This morning was the Madison Half - which if you recall, was supposed to be the Madison Full. As I've mentioned before...lesson learned. A spring marathon is WAY HARD to train for in the midwest. Between that, seemingly endless travel since December, and a very unfortunate 6 week hacking cough that I started to worry was becoming part of my persona, I found myself woefully behind on those precious long runs.
My training partner Julie suffered from pain in her left knee that at one point made it almost impossible for her to hobble back to her car - alone, in the winter.
So we opted for the half.
Overall, the training has really taken a backseat since making that decision. I did run the Lake Monona 20k a couple weeks ago and it was one of the best runs of my life. I averaged 9:13/mile, which for me is pretty much like saying I WON MY AGE GROUP.
Of course I did NOT win my age group.
Since I have no idea what that would feel like (and let's be honest, probably never will)...I am guessing the way I felt about my average pace is close to that level of euphoria. At least for a historically slow runner like me.
At any rate, that was my highlight in training. In the last 2 weeks, I ran 3 times. Julie has been nursing her injury and recovering as much as she can with biking and shorter runs to build strength in her knee.
And that's the shape we were in when we bellied up to the starting line this morning. Another lesson learned? No matter how many halfs I've done, showing up to the race with less than optimal training in the bank is daunting. Not comfortable at all. Hey, maybe when I was 29...but folks, this body needs a bit more preparation and a bit less spontaneous hard work.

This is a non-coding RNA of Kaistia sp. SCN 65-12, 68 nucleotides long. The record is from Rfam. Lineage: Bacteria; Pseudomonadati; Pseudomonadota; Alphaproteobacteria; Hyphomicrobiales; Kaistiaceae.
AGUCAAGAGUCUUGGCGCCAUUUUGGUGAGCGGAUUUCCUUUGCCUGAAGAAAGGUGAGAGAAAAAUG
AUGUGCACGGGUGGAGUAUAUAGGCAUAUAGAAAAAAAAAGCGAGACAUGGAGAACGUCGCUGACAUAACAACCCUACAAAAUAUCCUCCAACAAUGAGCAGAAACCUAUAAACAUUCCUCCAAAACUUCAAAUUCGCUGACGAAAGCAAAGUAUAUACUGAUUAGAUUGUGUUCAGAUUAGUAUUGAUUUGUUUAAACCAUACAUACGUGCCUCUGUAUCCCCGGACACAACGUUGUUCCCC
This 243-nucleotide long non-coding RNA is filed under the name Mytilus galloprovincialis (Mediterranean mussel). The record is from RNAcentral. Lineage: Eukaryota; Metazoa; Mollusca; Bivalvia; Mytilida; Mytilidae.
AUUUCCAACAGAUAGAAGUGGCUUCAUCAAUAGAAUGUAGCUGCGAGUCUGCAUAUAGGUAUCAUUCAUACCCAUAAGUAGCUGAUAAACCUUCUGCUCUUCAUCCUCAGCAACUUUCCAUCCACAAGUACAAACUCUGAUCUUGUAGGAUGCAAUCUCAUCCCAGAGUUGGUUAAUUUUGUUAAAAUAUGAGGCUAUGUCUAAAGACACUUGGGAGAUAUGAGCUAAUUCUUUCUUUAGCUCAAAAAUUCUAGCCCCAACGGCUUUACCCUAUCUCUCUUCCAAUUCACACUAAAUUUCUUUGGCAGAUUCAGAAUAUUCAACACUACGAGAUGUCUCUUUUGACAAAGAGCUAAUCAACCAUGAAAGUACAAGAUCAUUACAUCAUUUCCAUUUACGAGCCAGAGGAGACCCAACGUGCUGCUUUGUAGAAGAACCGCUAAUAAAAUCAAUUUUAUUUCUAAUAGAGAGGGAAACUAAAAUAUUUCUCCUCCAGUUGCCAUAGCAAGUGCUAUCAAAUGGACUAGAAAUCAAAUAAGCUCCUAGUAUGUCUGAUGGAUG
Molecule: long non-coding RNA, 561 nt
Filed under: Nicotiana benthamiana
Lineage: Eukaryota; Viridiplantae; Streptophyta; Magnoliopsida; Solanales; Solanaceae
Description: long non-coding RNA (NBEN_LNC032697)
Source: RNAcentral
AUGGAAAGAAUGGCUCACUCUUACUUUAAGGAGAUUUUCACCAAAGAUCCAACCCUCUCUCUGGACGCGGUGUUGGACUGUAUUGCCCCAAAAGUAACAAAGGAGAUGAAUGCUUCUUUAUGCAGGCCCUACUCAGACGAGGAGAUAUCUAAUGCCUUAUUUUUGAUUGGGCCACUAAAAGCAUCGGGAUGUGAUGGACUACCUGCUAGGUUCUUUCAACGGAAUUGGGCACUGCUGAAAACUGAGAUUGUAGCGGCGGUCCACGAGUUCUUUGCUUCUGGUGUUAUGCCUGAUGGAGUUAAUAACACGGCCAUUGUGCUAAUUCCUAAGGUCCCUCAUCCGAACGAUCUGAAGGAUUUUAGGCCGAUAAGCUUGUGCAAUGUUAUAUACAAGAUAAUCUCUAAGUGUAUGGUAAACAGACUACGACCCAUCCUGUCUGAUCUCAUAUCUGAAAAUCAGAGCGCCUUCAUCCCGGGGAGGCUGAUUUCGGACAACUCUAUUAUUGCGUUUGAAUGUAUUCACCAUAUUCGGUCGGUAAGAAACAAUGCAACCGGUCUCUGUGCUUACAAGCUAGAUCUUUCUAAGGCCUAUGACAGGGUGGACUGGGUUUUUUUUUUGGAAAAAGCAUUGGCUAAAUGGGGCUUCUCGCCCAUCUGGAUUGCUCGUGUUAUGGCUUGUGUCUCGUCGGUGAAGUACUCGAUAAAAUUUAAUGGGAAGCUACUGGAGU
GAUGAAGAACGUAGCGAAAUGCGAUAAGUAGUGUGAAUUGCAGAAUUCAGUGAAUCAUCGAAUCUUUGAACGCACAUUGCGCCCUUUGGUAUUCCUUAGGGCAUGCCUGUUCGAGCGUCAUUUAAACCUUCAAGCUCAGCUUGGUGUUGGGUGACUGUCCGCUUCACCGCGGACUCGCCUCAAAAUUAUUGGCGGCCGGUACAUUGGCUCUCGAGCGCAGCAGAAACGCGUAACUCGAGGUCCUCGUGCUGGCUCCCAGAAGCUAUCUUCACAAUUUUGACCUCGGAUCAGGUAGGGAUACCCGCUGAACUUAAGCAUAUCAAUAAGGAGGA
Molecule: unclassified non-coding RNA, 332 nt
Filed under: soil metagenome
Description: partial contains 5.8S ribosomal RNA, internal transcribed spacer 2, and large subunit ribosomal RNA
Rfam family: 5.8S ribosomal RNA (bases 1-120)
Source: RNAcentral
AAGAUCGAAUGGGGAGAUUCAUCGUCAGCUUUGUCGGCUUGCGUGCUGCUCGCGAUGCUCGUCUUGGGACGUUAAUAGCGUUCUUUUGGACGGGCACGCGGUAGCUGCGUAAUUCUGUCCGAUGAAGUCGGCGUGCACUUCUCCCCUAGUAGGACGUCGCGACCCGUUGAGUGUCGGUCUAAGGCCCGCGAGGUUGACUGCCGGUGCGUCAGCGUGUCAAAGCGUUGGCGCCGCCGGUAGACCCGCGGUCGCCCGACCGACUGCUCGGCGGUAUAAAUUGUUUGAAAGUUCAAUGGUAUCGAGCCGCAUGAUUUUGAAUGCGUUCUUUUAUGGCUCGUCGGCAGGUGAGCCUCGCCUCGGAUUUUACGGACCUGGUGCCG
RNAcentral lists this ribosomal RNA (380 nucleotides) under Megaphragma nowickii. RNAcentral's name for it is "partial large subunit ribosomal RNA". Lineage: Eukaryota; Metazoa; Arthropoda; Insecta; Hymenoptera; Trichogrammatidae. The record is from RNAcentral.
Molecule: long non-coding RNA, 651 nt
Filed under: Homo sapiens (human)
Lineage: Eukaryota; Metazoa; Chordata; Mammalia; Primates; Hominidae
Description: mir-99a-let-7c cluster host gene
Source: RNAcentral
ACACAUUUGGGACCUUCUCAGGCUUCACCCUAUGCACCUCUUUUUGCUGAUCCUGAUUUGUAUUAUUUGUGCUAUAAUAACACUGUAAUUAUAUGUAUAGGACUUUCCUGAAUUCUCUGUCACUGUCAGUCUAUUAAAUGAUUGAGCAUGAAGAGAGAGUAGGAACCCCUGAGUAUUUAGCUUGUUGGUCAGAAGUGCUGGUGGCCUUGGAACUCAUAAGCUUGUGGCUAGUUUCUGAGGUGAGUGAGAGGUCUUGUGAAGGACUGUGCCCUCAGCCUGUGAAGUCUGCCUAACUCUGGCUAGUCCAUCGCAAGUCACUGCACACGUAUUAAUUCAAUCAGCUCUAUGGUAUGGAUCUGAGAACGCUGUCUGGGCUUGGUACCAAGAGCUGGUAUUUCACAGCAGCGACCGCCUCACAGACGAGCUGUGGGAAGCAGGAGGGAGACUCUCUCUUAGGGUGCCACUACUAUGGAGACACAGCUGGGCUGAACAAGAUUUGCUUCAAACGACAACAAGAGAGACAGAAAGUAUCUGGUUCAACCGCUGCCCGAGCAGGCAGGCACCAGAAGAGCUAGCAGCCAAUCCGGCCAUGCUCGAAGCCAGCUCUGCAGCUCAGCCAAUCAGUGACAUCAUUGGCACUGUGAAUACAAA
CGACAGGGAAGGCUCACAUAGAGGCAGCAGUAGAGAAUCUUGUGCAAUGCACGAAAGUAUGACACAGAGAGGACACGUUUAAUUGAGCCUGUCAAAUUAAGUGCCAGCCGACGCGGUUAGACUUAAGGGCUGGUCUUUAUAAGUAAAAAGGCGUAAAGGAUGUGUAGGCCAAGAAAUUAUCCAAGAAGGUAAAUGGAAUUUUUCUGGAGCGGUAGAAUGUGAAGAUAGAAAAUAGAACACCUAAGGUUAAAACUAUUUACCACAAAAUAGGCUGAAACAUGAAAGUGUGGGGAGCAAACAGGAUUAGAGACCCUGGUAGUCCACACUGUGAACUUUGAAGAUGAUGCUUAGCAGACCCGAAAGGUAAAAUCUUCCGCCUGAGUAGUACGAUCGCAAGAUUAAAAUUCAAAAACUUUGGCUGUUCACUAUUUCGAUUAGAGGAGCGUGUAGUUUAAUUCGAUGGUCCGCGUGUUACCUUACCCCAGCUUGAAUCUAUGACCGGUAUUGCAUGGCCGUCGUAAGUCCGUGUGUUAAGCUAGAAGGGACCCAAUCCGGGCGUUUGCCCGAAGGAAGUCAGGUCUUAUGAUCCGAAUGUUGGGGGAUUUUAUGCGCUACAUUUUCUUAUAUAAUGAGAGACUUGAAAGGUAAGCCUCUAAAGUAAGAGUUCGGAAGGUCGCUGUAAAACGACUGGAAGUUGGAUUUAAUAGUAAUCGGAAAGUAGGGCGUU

So we took it slow and steady. Stopped at every aid station, high-fived the little kids, and laughed at the crazy signs.
A few favorites:
You don't really look good. But you are running well.
That's not sweat. It's your fat cells crying.
Chuck Norris has never run a marathon!
I was chatty, telling a fellow runner I loved her shoes, which she told me she designed herself through the Nike customization program. Very cool.
When I asked Julie if her knee hurt, she said yes. I asked if she wanted to rest or stretch. She replied, "I'm just going to deal with it because we are going to finish this mother-f@&!er"
The woman running next to us laughed out loud. Later when we ran into her at the finish line she said it was exactly what she needed to hear at that point in the race. And it still made her laugh.
In short, we enjoyed ourselves as much as you can when you are running for a solid 2 hours.
We finished in 2:13. Average pace 10:31/mile. Yes, slow. However, through the sweat and the ouch-ouch-ouch of the last few miles, then the WTF-Are-you-kidding-me with this hill at mile 12?...
We had a great run and a fun morning.
Plus - get this - they give you a medal whether you are fast or slow!
So with medals-in-hand we hobbled over to the Great Dane Pub and had a couple of beers for breakfast.
Let summer begin!